The Woolworths brand could be sold within a week as potential buyers including Theo Paphitis, the entrepreneur and Dragon’s Den judge, line up possible bids for the failed variety retailer.

Neville Kahn, the Deloitte partner who is leading the administration process, said on Sunday that he would be talking to interested parties on Monday and expected to have a preferred bidder for the retailer’s brand and a large number of stores by the end of the week.

The publicity surrounding the collapse of Woolworths, which fell into administration last week, putting 30,000 jobs at risk, appears to have encouraged shoppers into its stores, with like-for-like sales up 20 per cent on the day after Deloitte was appointed administrator.

Mr Kahn declined to comment on the identity of potential bidders, but Mr Paphitis, who owns the Ryman stationery chain, is known to have requested more information.

Endless, the Leeds-based turnround investor, has expressed its interest, while other private equity groups likely to consider a bid include Cerberus, Sun European Capital and Alchemy Partners.

However, in spite of Deloitte’s confidence, several retail observers are sceptical that Woolworths will be sold and believe that Mr Paphitis along with other mooted bidders will end up uttering his business television show’s trademark line “I’m out”.

Malcolm Walker, the chief executive of the Iceland supermarket chain, told the FT last week that he would not be making a bid now that Woolworths had fallen into administration even though he wanted to buy the 800-store chain earlier this year.

Hilco UK, the retail restructuring specialist, whom Deloitte has appointed to run the stores on an interim basis, does not want to buy the stores out of administration even though the firm had tried to do a deal with the Woolworths directors in the days before its collapse.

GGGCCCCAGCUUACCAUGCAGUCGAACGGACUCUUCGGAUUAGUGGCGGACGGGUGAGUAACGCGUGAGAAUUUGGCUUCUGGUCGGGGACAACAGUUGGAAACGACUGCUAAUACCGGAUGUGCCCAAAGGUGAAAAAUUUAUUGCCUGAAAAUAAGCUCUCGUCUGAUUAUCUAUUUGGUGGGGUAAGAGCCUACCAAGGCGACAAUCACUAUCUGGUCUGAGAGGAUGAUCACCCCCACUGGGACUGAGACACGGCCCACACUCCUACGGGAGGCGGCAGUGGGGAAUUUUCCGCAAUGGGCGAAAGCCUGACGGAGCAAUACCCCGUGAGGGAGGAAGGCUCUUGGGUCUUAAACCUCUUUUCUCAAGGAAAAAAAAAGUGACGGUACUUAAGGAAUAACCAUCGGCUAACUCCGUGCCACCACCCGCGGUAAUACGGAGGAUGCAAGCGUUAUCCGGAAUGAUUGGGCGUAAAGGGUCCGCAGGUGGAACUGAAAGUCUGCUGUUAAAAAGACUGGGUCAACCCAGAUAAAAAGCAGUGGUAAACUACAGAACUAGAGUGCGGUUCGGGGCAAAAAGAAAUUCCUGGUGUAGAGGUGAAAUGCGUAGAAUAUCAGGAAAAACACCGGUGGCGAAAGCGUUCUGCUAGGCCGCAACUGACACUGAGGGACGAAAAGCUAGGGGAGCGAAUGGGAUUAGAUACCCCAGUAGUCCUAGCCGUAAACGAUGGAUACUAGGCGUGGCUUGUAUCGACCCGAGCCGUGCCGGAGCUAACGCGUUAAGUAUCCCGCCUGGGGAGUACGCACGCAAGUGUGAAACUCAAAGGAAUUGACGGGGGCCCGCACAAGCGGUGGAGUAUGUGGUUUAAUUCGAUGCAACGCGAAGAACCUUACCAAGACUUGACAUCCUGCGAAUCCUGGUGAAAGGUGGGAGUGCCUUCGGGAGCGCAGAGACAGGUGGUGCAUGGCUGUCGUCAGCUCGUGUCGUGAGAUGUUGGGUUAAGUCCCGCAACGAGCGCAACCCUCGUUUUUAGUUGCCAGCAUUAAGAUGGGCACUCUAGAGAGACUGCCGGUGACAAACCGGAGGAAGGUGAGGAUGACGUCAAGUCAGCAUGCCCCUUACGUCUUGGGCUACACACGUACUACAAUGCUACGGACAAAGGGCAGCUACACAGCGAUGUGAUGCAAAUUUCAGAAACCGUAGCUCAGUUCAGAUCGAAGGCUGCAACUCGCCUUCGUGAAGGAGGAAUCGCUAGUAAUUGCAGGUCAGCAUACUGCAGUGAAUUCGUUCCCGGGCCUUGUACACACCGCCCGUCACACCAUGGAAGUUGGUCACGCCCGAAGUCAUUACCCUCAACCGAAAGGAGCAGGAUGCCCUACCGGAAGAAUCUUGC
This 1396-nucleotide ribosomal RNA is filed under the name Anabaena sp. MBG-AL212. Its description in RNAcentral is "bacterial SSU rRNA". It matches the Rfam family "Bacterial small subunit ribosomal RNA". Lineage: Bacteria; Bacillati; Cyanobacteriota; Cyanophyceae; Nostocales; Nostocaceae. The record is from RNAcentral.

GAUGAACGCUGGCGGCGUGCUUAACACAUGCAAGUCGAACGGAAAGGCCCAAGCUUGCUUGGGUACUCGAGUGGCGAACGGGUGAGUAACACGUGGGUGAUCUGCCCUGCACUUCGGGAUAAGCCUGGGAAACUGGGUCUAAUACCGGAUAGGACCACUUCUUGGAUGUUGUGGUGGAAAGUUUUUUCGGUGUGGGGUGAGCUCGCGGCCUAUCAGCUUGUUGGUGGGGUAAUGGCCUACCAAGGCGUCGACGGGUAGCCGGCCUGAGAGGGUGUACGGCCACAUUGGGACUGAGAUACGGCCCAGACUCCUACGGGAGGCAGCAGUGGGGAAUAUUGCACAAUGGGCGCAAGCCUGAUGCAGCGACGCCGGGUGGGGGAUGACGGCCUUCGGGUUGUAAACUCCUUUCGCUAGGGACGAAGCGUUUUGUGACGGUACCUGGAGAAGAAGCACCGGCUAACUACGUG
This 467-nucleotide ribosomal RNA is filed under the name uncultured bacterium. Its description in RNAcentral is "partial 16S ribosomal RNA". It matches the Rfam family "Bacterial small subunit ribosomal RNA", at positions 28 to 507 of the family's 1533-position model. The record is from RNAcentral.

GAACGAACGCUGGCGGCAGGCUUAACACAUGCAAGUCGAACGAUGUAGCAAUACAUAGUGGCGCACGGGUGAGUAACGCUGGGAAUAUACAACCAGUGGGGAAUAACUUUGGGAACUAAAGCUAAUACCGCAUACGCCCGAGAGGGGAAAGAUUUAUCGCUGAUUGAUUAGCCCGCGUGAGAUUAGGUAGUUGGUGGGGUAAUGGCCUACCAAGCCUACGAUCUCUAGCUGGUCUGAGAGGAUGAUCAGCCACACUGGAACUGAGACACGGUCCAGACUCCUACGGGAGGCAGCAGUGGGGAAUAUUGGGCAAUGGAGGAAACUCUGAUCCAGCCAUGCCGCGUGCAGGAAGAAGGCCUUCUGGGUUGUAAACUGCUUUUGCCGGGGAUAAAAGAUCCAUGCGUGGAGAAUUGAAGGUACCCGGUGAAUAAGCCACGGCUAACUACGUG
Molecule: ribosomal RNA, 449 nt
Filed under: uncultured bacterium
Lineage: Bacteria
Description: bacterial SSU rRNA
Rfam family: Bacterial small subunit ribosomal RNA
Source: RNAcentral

Baugur, the Icelandic investment group, which was Woolworths’ second biggest shareholder, has also decided not to pursue a deal.

Finally, Ardeshir Naghshineh, the biggest shareholder, is rallying financing for a possible bid but even the property investor’s ardour for the chain appears to have cooled.

Whether or not the brand is sold, individual stores have generated a high level of interest from other retailers even in the teeth of a fierce consumer downturn. Many occupy prime positions on the high street and have appropriate licensing to sell food.

Supermarkets including Iceland, Tesco and Asda are in talks to buy tranches of the store portfolio.

There are more serious doubts that a buyer will be found for EUK, Woolworths’ wholesale arm, which sells CDs, DVDs and books to a number of supermarkets. With suppliers to EUK owed millions of pounds and its customers looking to source products directly, the value of the business is being eroded every day.

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